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Neurologic Outcomes in Rebound Pyrexia in Cardiac Arrest Patients Post Induced Hypothermia FREE TO VIEW

Bilal Safadi, MD; Chadi Hage, MD; MIchelle Deckard, RN; Timothy Ellender, MD
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Indiana University, Indianapolis, IN

Chest. 2013;144(4_MeetingAbstracts):391A. doi:10.1378/chest.1700534
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SESSION TITLE: Non Pulmonary Critical Care

SESSION TYPE: Original Investigation Slide

PRESENTED ON: Monday, October 28, 2013 at 07:30 AM - 09:00 AM

PURPOSE: Induced Hypothermia (IH) has become the standard of care to improve neurologic outcomes in post cardiac arrest patients. The negative neurologic effects of rebound pyrexia (T ≥ 38°C) are established in cerebral vascular accident, but consequences of rebound pyrexia (RP) after IH have not been elucidated. We aimed to evaluate the impact of RP post IH on patient outcomes.

METHODS: This was a single-center prospectively collected registry of all patients (2010-11) treated with IH who survived 24 hours post completion of therapy. Patients were divided into two cohorts, euthermic (T < 38°C) and RP, based on temperature measurement at 24 hours post rewarming. We defined a cerebral performance category (CPC) of 1-2 as good neurologic outcome (GNO) and 3-5 as poor neurologic outcome (PNO). Specific patient variables including: ventilator free days (VFD), survival at discharge and hospital length of stay (LOS) were analyzed. Chi-squared was used for categorical variables and two-sample T-test for continuous variables in regards to death and CPC at discharge. Logistic regression models were used to assess the relationships of the clinical and demographic variables.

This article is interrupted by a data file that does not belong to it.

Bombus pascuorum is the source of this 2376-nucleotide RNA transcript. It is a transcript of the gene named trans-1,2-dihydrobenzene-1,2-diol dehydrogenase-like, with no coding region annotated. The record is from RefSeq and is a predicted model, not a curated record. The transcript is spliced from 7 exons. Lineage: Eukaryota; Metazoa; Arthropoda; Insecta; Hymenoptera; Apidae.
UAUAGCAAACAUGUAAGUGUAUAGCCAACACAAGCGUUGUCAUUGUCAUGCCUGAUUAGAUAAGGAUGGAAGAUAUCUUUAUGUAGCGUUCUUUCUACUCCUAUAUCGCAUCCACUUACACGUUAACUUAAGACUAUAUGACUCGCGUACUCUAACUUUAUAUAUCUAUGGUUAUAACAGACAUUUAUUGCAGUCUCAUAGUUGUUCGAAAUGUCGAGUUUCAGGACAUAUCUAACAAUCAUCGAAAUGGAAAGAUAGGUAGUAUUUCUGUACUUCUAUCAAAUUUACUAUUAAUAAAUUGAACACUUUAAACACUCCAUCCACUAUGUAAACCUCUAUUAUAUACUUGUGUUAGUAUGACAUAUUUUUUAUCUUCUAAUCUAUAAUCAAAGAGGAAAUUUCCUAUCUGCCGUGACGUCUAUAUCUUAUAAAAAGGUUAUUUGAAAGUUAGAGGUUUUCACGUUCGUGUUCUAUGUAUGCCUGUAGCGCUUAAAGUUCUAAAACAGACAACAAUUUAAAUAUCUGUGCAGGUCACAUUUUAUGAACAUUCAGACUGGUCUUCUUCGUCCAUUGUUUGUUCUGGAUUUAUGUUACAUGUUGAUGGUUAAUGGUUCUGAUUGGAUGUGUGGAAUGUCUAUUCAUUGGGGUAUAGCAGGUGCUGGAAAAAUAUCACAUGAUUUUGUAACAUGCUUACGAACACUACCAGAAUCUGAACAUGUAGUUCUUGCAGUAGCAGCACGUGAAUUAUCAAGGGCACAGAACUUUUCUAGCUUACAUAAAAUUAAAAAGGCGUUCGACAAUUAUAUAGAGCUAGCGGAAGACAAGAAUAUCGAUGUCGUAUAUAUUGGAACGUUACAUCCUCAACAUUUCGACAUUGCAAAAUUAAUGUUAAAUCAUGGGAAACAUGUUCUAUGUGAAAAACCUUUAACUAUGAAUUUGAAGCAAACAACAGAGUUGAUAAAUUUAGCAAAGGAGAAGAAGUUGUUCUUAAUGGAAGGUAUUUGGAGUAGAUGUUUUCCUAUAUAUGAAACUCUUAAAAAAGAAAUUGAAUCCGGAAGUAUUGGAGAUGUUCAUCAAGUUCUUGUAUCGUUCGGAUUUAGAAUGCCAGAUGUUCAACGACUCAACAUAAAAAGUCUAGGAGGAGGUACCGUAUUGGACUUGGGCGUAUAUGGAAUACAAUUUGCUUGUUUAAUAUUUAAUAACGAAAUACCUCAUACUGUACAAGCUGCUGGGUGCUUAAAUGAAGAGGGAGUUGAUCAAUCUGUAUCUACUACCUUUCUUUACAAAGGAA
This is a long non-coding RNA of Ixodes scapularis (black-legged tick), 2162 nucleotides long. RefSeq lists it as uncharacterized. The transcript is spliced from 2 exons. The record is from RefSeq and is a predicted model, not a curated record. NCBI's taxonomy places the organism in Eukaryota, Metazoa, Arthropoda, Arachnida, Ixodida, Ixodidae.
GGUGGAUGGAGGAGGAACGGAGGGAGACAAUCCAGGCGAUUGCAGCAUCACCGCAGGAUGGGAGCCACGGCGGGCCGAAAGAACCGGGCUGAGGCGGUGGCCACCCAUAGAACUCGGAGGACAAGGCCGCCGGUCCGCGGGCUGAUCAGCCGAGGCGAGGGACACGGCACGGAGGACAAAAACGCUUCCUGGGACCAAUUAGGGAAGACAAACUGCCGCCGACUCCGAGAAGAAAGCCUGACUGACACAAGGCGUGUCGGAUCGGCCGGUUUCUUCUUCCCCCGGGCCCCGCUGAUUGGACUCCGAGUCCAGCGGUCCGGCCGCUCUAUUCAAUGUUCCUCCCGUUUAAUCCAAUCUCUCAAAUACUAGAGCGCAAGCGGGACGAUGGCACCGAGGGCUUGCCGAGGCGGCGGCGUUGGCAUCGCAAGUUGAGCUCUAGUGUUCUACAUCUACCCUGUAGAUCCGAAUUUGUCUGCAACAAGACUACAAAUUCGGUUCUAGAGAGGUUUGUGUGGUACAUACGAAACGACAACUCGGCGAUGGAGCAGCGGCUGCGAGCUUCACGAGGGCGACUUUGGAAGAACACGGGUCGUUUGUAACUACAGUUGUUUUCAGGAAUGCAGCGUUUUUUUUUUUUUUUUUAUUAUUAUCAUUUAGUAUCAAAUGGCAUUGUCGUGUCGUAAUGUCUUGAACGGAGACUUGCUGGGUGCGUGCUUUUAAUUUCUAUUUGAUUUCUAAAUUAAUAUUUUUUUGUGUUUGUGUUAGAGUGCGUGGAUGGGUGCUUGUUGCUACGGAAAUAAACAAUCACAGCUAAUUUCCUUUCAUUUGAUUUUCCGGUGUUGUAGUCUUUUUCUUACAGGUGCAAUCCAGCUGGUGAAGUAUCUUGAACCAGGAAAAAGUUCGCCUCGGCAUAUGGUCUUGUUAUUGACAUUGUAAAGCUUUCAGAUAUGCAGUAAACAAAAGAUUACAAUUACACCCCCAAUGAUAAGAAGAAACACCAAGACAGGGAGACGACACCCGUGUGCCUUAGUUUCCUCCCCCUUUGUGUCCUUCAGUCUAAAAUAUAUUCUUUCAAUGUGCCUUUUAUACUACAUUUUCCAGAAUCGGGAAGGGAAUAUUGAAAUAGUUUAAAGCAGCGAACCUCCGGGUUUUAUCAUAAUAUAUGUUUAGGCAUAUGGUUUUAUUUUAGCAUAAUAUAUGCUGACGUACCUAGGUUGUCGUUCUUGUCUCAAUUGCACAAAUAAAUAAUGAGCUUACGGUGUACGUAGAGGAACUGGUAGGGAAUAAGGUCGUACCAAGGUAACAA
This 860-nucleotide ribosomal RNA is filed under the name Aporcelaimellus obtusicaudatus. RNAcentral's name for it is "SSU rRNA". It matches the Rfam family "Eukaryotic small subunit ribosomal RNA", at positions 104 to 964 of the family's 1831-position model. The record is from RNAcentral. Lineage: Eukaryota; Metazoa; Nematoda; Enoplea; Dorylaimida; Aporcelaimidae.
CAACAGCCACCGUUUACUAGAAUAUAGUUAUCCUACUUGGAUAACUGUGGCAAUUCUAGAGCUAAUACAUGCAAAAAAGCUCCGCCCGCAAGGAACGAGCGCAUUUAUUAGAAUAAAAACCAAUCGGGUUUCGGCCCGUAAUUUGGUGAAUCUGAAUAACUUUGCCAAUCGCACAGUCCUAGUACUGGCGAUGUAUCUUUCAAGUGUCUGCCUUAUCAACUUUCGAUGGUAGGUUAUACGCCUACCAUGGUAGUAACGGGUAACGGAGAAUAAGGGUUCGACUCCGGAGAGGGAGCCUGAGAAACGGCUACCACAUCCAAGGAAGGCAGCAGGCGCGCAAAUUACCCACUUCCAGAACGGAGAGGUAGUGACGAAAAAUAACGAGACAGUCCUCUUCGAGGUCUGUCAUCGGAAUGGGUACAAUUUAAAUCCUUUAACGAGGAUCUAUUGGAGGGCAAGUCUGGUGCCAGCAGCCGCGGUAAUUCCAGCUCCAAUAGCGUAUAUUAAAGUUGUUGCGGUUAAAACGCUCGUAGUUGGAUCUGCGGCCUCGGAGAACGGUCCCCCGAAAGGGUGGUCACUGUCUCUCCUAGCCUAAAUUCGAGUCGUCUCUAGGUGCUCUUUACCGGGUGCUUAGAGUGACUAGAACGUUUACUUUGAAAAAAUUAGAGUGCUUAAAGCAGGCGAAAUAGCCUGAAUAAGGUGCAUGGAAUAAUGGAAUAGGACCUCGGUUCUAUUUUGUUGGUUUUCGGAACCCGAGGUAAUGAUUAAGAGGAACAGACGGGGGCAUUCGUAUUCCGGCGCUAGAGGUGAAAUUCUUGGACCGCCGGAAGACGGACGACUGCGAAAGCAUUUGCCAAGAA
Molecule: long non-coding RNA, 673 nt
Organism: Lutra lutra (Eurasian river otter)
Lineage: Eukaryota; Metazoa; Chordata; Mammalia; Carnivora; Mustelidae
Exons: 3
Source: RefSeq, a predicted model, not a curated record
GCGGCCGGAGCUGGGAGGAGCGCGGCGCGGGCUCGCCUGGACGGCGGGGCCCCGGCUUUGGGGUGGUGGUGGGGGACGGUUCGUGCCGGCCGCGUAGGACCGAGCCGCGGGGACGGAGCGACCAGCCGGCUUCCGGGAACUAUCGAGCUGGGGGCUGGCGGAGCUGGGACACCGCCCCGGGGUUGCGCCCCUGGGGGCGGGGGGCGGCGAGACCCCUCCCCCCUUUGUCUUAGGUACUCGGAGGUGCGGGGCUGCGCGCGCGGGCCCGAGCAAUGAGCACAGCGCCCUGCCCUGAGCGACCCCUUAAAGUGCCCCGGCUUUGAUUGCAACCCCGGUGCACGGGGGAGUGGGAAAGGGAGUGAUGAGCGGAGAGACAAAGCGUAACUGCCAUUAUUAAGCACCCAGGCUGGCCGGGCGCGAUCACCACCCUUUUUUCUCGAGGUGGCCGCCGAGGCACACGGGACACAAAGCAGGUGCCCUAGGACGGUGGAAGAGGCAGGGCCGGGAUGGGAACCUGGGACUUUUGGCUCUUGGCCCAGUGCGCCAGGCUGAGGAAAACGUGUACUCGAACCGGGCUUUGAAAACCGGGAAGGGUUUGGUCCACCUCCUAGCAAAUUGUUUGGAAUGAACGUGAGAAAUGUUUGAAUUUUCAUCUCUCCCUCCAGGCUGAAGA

RESULTS: We included 204 patients and rebound pyrexia was seen in 91 patients (45%). GNO was seen in 38.9% of euthermic patients and 45.1% of the RP group (p=0.378). In patients with persistent fever, 41.7% had GNO (p=0.976). The mean maximum temperature in the GNO group was 38.0±0.7 compared to 37.9±1.0 (p=0.744) for PNO. The mean peak WBC was 14.7±6.3 for GNO and 17.2±8.8 for PNO (p=0.026). RP or persistent fevers were not significant predictors of VFD. Peak WBC (regression coefficient -0.04) was associated with decreased VFD. There were no significant predictors of overall LOS.

CONCLUSIONS: Rebound pyrexia was not associated with worse neurologic outcome, a difference in ventilator free days, or LOS. A lower peak WBC was associated with a significant improved neurologic outcome and increased VFD.

CLINICAL IMPLICATIONS: Rebound pyrexia in patients after completion of post cardiac arrest IH may not affect outcomes.

DISCLOSURE: The following authors have nothing to disclose: Bilal Safadi, Chadi Hage, MIchelle Deckard, Timothy Ellender

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